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Life history traits, maternal behavior and infant development of blue-eyed black lemurs (Eulemur flavifrons)

Authors

  • M. Sylviane N. Volampeno,

    1. School of Biological and Conservation Sciences, University of KwaZulu-Natal, Scottsville, Pietermaritzburg, South Africa
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  • Judith C. Masters,

    1. School of Biological and Conservation Sciences, University of KwaZulu-Natal, Scottsville, Pietermaritzburg, South Africa
    2. Department of Zoology & Entomology, University of Fort Hare, Alice, South Africa
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  • Colleen T. Downs

    Corresponding author
    1. School of Biological and Conservation Sciences, University of KwaZulu-Natal, Scottsville, Pietermaritzburg, South Africa
    • School of Biological and Conservation Sciences, University of KwaZulu-Natal, P/Bag X01, Scottsville, Pietermaritzburg 3209, South Africa
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Abstract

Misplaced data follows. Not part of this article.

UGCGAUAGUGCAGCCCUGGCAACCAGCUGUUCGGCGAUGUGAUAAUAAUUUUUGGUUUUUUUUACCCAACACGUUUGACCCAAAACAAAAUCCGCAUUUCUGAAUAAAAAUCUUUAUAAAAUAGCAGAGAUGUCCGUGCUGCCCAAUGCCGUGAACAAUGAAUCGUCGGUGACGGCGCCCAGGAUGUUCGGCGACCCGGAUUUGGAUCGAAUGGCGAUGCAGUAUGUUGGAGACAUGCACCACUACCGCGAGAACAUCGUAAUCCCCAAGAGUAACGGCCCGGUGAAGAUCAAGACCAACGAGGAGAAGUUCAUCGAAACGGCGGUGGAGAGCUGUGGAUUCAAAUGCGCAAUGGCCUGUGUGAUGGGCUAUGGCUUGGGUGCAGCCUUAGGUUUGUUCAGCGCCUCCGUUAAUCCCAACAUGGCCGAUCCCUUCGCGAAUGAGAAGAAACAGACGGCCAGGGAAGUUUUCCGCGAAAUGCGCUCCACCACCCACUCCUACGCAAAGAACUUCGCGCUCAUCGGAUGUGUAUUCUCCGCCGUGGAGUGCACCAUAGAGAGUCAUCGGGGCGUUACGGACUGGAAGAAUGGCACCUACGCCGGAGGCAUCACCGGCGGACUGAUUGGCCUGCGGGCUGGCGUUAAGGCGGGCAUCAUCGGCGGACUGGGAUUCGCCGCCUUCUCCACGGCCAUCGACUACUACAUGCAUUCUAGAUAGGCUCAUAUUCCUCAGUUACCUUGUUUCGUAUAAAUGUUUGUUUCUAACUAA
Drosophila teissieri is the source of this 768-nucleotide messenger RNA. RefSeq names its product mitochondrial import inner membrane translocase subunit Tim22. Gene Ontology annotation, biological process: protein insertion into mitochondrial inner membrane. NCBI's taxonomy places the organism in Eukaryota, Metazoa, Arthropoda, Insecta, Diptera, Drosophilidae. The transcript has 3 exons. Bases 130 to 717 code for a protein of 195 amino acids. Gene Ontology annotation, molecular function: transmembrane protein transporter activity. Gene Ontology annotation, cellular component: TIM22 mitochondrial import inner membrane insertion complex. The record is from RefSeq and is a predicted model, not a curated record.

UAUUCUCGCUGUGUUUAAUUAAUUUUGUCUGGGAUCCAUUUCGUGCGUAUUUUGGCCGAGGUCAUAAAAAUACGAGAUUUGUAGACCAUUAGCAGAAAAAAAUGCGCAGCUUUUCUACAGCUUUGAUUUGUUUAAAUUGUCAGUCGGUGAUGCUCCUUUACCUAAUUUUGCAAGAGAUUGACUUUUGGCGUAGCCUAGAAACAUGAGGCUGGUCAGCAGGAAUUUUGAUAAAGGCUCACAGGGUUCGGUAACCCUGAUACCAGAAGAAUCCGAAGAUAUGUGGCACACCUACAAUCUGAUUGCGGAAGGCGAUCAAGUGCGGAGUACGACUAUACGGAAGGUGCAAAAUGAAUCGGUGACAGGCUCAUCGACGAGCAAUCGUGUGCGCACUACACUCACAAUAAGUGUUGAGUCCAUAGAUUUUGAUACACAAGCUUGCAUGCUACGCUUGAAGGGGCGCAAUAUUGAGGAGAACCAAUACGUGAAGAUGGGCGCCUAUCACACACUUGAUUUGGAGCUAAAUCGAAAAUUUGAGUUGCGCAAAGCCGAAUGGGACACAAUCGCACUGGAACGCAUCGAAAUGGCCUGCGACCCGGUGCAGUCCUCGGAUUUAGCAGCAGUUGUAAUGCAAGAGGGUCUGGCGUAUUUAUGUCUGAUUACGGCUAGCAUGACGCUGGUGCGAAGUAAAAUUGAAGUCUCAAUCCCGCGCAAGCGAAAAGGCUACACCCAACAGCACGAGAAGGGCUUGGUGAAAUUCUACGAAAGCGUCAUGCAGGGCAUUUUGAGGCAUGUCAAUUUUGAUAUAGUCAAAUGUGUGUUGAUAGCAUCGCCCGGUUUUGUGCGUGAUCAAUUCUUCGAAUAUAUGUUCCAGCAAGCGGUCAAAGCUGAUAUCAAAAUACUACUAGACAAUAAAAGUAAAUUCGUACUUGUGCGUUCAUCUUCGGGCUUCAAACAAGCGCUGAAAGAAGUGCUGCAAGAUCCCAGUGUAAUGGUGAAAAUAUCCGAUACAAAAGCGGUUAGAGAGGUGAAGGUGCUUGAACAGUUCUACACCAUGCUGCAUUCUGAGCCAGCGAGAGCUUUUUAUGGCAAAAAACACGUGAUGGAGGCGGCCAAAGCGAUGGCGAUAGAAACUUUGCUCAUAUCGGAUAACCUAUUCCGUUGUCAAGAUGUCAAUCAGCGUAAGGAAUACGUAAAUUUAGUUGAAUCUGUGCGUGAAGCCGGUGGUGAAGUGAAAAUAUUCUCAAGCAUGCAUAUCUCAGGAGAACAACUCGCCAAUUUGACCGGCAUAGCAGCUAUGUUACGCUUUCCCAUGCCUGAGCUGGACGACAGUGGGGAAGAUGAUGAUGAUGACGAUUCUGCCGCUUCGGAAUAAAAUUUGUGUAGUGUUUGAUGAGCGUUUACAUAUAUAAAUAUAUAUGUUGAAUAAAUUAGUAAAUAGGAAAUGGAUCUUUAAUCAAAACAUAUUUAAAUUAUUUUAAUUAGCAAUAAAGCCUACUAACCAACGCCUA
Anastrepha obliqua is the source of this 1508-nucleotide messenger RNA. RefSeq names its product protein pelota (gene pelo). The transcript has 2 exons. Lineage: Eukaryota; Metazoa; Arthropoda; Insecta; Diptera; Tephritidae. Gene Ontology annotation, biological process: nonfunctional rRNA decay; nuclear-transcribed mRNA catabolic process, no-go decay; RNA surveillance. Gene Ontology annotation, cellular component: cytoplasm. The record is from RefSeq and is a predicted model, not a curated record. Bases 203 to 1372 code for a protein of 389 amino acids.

An understanding of recruitment is important for estimating population growth and viability, and their implications for conservation. We present the first results regarding the life history, maternal behavior and infant development of the critically endangered blue-eyed black lemur (Eulemur flavifrons) of Madagascar. The species breeds seasonally, with births occurring at the end of the dry season, between late August and October. Over two successive birth seasons in 2006 and 2007, we observed a total of 13 lactating females and 22 infants from six groups. We inferred age at first reproduction as 3 years, and calculated the birth rate as 1.0 infant per female per year with a mean inter-birth interval of 358 ± 24.81 days (319–410 days). Infants spent the first 3 weeks of life constantly with their mothers; locomotor independence and ingestion of solid food began at week 10, and the infants were weaned by week 25. After week 28, infants spent less than 20% of their time in contact with their mothers. Over the study period infant mortality was 22.7%, with predation and sickness observed as causes. Our results suggest that overall recruitment is relatively slow, which has implications for the species' survival, particularly given their restricted and threatened habitat. Am. J. Primatol. 73:474–484, 2011. © 2011 Wiley-Liss, Inc.

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